DAVID KROVBLIT “Shells”
November 11th, 2017 – January 6th, 2018
SANTA MONICA, CA– Lois Lambert Gallery presents “Shells”, a collection of photographs by artist David Krovblit. The images are a combination of decorative traditions upon the form of a hand grenade. These combinations of beautiful, traditional, humorous and deadly, highlight the contrast of two elements of existence: an egg, the origin of life and the grenade, a harbinger of death. While both concepts can be of a serious nature, Krovblit’s combination creates a levity that makes the pieces engaging and approachable.
Krovblit’s three themes from the show are drawn from different cultures and time frames. The Fabergé Eggs of Imperial Russia, Japanese and Chinese Pottery, and commercial graphics from American advertising are utilized in creating a narrative of the long relationship between businesses and the machines of war. Powerful companies from these eras originally focused on art products for the masses later becoming companies that made “the weapons of mass destruction”.
David begins his discourse with these historical themes using the Fabergé eggs, decorative objects created for the wife of the Tsar of Russia. The Fabergé Egg became a symbol of the luxury and lavishness of the Russian Empire. After the fall of the empire, the nation was drawn into World War I. It was at this time that the Fabergé factory was called upon to create weapons for the war. It produced over six and a half million hand grenades throughout the duration of the war.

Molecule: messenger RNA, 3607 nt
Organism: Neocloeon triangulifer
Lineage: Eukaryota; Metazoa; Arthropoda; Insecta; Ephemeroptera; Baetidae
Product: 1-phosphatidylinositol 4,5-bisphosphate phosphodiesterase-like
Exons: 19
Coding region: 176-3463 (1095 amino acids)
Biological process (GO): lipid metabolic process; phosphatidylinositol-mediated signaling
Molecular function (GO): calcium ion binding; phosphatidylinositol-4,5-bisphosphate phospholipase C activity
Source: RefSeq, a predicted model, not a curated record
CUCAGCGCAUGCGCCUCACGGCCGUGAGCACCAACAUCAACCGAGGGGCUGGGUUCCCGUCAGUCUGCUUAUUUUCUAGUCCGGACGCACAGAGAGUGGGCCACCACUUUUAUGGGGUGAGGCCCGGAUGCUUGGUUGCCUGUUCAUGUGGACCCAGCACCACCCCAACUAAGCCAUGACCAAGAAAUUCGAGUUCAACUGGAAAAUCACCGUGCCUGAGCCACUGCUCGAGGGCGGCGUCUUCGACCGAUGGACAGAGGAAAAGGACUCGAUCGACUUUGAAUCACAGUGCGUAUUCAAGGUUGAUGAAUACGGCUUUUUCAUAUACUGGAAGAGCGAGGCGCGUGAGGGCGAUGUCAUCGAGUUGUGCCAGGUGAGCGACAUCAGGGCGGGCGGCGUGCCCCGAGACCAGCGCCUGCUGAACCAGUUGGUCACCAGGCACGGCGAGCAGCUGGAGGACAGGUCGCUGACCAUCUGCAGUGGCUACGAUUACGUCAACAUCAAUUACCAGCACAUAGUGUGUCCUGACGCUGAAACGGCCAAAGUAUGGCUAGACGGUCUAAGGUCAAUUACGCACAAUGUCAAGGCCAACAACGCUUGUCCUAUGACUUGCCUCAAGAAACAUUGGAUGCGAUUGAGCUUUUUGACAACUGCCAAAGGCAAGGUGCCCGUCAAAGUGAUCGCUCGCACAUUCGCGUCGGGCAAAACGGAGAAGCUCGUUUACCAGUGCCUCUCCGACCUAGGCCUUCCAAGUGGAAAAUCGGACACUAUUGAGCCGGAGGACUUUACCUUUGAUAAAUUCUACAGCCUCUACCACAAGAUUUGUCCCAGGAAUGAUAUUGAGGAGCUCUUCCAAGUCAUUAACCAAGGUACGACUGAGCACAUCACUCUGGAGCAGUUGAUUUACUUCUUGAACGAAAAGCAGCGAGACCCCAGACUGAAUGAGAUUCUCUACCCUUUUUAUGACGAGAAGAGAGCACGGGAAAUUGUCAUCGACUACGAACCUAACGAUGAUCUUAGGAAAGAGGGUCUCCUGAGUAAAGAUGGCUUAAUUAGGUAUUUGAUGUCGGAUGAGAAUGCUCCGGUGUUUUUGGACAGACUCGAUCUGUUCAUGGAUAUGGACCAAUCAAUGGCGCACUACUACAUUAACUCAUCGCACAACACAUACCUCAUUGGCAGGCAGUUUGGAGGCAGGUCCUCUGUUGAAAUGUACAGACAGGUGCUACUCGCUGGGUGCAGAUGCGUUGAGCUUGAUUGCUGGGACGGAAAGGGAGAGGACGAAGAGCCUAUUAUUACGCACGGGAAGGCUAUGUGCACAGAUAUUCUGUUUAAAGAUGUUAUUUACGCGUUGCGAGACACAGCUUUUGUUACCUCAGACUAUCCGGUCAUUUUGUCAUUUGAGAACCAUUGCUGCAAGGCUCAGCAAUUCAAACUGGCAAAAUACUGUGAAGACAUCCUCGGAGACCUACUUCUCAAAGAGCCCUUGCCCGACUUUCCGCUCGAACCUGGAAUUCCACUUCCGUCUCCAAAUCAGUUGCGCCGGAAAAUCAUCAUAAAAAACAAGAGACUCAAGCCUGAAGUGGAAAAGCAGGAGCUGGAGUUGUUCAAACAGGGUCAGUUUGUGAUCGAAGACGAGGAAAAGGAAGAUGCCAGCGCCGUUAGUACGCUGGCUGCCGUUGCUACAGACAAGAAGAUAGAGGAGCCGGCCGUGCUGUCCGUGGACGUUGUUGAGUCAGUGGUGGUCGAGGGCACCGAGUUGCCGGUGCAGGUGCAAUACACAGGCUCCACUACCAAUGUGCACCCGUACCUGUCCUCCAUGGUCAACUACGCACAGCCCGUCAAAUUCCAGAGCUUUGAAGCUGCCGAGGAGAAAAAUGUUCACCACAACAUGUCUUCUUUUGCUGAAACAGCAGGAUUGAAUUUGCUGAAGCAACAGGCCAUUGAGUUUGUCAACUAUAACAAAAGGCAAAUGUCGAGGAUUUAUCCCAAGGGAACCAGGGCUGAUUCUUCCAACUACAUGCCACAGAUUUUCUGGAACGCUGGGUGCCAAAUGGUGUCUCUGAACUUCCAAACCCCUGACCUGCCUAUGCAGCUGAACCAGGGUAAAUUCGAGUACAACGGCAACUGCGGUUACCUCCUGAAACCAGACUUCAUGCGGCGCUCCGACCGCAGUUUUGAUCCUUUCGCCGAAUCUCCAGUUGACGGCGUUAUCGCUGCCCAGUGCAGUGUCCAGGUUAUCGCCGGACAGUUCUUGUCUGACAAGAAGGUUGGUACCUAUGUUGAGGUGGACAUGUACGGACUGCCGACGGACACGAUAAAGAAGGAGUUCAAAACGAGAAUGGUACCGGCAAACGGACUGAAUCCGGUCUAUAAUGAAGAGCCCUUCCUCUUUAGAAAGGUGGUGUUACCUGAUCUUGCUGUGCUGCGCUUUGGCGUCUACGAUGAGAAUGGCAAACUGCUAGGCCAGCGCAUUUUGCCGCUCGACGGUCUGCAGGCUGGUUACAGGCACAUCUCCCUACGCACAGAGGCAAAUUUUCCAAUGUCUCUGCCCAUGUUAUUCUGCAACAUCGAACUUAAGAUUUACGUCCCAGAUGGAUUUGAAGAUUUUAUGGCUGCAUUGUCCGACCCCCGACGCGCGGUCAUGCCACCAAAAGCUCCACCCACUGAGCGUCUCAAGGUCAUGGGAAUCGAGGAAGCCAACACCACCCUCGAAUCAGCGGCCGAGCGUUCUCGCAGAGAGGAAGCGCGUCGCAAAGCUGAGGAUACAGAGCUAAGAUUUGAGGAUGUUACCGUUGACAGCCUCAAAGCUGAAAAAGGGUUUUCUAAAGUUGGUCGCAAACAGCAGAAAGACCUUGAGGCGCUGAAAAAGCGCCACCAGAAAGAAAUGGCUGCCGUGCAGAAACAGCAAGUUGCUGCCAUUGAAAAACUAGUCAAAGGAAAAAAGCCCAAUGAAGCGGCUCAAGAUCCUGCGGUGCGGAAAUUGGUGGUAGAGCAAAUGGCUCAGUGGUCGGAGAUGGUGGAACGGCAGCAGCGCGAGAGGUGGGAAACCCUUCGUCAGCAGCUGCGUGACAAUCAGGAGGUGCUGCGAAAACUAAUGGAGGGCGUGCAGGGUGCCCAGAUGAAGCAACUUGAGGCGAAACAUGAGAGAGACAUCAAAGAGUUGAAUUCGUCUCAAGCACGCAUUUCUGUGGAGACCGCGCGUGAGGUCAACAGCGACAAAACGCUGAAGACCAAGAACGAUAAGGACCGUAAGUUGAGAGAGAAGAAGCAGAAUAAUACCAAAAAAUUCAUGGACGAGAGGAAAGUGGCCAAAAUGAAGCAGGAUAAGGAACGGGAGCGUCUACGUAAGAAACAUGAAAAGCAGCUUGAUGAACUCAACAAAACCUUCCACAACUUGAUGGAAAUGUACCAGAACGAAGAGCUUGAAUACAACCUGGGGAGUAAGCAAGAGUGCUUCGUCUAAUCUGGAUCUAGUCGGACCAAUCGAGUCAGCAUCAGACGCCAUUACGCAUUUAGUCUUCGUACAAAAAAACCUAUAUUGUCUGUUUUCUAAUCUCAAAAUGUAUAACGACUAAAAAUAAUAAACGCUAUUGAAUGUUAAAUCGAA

Krovblit’s “Bone China Grenades” were inspired by a story of World War II Japan. After being ravaged by many bombing campaigns, Japan was in ruins. At this point, the Japanese had run out of raw materials to manufacture weapons, because of this they created the Type 4 or “last ditch” grenade. This was a hand grenade with a fragmentation body made of terra cotta or porcelain materials, round-shaped with a rubber cover and a simple fuse. Kilns famous for the production of traditional Japanese pottery, such as Arita, Bizen and Seto were pressed into service.
David’s series “Exploit Grenades” is a tribute to Pop Art and Andy Warhol. This combination is a contemporary view of the previous concepts but with a more sinister feature. David believes these companies have ties to everything in the modern world usually helping perpetuate rather than alleviate the current discords, thereby continuing to play a role in the propagation of war.
David Krovblit studied Photography at Ryerson University. His career spans over a decade, working professionally as an advertising photographer, shooting many national and international brands and campaigns. In addition throughout his professional career he continued working on his art photography. Krovblit’s artwork has been featured in juried exhibitions and group shows in Canada and the United States. Krovblit’s photography has won several international awards.